pragmatics In linguistics and related fields, pragmatics is the study of how context contributes to meaning. The field of study evaluates how human language is utilized in social interactions, as well as the relationship between the interpreter and the in ...
, exophora is reference to something extratextual, i.e. not in the immediate text, and contrasts with
endophora Endophora refers to the phenomenon of expressions that derive their reference from something within the surrounding text (endophors). For example, in the sentences "I saw Sally yesterday. She was lying on the beach", "she" is an ''endophoric'' ex ...
. Exophora can be
deictic In linguistics, deixis (, ) is the use of general words and phrases to refer to a specific time, place, or person in context, e.g., the words ''tomorrow'', ''there'', and ''they''. Words are deictic if their semantic meaning is fixed but their d ...
, in which special words or grammatical markings are used to make reference to something in the context of the utterance or speaker. For example,
pronoun In linguistics and grammar, a pronoun ( abbreviated ) is a word or a group of words that one may substitute for a noun or noun phrase. Pronouns have traditionally been regarded as one of the parts of speech, but some modern theorists would not ...
s are often exophoric, with words such as "this", "that", "here", "there", as in ''that chair over there is John's'' said while indicating the direction of the chair referred to. Given "Did the gardener water those plants?", it is quite possible that "those" refers back to the preceding text, to some earlier mention of those particular plants in the discussion. But it is also possible that it refers to the environment in which the dialogue is taking place—to the "context of situation", as it is called—where the plants in question are present and can be pointed to if necessary. The interpretation would be "those plants there, in front of us". This kind of reference is called exophora, since it takes us outside the text altogether. Exophoric reference is not cohesive, since it does not bind the two elements together into a text.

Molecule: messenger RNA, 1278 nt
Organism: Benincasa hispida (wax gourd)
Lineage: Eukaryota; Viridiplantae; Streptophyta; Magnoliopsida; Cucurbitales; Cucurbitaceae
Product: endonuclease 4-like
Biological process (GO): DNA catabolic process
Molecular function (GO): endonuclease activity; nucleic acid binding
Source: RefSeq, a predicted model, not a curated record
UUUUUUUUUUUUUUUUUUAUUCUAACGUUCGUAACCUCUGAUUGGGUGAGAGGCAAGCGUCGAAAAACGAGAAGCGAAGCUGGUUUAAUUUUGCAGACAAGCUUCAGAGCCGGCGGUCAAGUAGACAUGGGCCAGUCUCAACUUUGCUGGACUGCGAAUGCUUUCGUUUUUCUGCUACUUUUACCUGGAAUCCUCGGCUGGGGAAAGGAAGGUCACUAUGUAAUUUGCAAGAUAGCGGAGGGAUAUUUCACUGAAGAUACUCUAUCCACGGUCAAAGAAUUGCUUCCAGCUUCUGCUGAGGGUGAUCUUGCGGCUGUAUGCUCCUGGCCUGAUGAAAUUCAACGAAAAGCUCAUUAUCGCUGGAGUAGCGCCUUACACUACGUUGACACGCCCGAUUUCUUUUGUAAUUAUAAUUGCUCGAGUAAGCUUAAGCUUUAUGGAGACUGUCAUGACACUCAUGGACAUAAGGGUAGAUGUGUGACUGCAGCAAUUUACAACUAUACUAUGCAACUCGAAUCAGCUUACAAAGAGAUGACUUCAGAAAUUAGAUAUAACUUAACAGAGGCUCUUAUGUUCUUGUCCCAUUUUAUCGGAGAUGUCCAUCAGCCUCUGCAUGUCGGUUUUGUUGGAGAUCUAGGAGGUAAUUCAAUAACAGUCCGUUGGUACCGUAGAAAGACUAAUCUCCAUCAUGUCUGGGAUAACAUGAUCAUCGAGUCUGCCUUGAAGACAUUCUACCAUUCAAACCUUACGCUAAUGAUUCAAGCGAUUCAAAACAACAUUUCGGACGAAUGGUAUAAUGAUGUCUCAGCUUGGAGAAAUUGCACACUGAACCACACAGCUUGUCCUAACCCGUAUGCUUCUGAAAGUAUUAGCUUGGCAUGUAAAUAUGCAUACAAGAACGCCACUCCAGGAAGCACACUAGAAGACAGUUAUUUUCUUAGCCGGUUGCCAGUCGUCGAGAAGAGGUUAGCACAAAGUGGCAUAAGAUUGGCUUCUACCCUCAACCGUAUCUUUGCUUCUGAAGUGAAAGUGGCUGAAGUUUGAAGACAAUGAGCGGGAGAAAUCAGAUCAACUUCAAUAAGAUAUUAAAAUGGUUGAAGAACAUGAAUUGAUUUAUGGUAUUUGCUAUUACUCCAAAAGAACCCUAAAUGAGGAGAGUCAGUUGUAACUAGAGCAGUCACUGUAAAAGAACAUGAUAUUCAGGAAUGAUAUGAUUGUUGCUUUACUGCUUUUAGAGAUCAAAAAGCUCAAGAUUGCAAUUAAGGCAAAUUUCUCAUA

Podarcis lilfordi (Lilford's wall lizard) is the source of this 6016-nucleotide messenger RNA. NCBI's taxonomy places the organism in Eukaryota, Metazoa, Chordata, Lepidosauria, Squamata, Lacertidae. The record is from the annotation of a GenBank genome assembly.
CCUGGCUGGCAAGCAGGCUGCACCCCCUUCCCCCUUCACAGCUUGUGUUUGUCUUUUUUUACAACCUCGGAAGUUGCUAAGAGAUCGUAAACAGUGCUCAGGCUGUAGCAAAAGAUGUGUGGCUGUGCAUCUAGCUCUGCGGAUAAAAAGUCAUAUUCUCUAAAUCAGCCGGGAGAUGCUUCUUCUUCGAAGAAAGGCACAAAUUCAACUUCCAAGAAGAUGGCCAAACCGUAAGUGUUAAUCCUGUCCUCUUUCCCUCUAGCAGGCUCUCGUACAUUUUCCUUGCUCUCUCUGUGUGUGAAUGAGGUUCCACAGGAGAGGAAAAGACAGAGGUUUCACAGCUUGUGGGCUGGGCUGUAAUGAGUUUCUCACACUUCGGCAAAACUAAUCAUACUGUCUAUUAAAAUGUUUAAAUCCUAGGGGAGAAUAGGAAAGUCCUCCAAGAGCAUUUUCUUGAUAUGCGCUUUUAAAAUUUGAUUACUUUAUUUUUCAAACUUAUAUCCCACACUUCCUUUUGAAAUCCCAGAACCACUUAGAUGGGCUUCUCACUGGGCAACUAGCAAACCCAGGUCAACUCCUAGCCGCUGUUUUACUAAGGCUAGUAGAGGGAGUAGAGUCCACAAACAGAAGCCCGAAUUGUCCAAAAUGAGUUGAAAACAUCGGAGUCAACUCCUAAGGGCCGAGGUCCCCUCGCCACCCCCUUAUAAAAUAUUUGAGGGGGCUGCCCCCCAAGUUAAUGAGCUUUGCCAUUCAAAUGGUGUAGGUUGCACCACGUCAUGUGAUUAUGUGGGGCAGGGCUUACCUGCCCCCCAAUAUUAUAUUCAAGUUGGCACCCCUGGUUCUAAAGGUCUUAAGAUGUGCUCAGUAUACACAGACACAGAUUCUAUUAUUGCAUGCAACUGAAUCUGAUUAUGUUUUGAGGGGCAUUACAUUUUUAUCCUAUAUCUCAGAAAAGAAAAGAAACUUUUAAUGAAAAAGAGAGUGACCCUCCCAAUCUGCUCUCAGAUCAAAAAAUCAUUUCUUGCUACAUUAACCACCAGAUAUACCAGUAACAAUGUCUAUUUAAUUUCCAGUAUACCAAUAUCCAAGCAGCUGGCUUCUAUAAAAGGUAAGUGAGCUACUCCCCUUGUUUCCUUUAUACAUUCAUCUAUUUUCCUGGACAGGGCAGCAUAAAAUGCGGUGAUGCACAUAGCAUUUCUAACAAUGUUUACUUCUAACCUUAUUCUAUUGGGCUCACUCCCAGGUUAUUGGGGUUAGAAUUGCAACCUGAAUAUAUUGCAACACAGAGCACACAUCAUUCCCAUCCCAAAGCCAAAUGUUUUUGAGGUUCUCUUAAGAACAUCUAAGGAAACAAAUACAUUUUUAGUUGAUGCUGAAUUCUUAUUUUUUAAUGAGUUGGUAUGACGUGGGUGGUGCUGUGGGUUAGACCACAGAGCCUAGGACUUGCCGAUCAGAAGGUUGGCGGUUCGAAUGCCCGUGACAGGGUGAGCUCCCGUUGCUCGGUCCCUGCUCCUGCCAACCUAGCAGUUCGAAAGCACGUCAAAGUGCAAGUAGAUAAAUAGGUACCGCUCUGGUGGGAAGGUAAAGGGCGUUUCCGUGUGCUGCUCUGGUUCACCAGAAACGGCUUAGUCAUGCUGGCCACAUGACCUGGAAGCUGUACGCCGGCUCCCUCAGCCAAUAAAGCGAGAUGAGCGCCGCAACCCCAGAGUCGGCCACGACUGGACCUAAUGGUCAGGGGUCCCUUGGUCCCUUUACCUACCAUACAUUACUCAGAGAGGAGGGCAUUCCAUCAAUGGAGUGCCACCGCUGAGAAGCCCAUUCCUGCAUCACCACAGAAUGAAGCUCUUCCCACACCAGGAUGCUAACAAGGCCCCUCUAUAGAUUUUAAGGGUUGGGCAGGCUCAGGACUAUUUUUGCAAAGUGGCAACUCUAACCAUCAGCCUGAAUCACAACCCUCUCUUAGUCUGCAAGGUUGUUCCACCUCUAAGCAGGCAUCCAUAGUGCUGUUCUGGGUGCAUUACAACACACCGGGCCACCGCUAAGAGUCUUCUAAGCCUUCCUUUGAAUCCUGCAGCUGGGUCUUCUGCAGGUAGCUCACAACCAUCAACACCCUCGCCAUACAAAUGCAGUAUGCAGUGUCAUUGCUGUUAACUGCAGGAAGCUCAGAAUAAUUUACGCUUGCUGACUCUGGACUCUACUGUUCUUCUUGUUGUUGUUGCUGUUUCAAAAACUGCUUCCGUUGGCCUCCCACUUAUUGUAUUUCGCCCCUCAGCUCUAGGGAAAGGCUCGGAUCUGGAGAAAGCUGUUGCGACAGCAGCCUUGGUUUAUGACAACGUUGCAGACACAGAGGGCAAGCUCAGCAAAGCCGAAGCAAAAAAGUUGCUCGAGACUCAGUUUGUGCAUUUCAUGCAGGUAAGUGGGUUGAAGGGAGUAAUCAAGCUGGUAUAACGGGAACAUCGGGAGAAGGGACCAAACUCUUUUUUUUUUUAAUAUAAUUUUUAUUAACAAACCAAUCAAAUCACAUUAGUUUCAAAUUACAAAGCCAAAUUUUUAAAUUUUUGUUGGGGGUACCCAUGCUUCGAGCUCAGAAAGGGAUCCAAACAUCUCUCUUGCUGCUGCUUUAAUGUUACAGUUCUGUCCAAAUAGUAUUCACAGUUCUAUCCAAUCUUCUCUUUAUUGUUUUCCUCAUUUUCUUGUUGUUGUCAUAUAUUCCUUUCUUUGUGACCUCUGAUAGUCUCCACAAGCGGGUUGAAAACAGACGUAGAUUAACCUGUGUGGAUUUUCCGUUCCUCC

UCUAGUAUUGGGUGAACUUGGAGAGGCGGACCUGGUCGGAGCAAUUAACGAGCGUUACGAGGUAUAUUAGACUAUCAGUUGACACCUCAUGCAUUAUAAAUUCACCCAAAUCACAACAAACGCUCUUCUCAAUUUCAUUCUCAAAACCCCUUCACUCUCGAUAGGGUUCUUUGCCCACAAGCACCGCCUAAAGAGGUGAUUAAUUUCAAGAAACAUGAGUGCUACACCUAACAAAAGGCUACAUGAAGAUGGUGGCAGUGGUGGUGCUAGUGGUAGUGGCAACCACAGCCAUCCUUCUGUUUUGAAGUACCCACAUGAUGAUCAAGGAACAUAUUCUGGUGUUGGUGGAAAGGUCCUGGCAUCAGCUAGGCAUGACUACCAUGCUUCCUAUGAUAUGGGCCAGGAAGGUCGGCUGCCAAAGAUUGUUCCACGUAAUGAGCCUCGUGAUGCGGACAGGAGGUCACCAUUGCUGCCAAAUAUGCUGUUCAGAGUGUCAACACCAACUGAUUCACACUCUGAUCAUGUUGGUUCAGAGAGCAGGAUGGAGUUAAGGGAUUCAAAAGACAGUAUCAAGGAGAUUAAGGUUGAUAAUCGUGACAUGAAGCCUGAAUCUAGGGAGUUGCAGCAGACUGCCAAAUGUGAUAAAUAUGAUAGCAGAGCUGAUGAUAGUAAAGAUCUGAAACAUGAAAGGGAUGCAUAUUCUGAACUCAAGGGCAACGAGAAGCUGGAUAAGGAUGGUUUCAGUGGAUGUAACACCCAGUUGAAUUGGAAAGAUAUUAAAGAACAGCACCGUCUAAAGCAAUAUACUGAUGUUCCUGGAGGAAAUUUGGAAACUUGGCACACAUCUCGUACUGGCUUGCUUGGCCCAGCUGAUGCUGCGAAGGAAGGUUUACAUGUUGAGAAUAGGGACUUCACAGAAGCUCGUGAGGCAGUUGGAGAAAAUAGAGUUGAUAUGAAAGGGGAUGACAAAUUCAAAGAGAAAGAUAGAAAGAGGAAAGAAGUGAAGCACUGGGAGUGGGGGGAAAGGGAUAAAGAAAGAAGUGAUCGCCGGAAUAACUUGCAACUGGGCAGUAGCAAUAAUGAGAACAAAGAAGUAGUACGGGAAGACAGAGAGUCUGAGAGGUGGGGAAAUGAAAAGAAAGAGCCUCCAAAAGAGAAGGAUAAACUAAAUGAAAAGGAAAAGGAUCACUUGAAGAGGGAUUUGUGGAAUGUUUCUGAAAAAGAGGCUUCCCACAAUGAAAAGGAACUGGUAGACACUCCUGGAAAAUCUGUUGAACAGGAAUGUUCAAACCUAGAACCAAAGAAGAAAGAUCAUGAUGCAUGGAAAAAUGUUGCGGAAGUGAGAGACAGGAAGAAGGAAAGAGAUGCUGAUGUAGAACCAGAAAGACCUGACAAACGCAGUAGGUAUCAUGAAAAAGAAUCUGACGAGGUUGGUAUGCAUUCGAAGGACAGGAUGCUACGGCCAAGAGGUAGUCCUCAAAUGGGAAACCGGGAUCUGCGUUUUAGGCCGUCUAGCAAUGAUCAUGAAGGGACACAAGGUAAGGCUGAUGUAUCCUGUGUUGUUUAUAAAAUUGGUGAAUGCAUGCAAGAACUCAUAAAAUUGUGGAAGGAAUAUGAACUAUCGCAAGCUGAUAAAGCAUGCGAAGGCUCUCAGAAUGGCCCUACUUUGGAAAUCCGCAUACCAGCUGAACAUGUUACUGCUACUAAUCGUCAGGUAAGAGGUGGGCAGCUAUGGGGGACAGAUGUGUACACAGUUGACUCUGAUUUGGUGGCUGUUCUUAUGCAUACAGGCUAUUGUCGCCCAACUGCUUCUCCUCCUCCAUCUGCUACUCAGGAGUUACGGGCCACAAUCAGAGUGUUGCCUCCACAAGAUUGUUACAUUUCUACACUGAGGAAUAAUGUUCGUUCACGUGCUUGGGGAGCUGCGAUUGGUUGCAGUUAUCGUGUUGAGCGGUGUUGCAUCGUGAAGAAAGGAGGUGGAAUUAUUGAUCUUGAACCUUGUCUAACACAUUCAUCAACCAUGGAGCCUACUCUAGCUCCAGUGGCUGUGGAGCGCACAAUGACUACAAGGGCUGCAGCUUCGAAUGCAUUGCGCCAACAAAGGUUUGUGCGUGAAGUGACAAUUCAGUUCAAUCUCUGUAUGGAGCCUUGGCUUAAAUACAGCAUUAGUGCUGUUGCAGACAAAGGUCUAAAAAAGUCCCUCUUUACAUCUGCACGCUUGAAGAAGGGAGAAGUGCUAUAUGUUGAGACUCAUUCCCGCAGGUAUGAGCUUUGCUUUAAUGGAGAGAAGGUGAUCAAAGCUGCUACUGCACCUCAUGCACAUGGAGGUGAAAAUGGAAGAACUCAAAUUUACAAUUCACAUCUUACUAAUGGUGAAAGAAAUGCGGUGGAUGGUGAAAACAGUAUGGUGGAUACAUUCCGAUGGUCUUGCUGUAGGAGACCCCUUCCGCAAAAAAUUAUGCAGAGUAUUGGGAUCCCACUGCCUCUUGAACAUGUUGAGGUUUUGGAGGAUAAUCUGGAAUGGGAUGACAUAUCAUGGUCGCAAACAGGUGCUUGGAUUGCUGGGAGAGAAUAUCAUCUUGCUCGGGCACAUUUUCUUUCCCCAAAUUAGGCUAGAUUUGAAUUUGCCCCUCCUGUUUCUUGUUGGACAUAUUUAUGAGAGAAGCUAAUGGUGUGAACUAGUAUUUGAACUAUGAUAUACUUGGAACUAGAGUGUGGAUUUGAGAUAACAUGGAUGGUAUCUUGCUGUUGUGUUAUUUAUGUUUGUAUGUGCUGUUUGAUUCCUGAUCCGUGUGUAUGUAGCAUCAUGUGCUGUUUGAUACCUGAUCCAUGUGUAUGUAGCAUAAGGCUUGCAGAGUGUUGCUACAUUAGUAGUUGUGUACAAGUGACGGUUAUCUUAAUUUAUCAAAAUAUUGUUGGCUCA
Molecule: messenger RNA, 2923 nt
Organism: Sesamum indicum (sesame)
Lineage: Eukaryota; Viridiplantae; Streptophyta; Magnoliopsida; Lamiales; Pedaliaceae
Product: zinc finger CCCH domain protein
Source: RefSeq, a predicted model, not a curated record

A type of exophora, homophora relates to a generic phrase that obtains a specific meaning through knowledge of its context; a specific example of homophora can variably be a "homophor" or a "homophoric reference". For example, the meaning of the phrase ''"the Queen"'' may be determined by the country in which it is spoken. Because there are many Queens throughout the world, the location of the speaker provides the extra information that allows an individual Queen to be identified. The precise origin of the term is not fully clear, but it is probably intended to suggest a
referring expression In linguistics, a referring expression (RE) is any noun phrase, or surrogate for a noun phrase, whose function in discourse is to identify some individual object. The technical terminology for ''identify'' differs a great deal from one school of ...
that always has the same (Greek ''hómos'') referent (within a given cultural context, of course). "Homophoric" seems to have been first used in the influential book by M.A.K. Halliday and R. Hasan, ''Cohesion in English'' (Longman, 1976, pp. 71 and 73).

See also

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External links

What is Homophora?
— from SIL International Semantics Pragmatics Rhetoric {{rhetoric-stub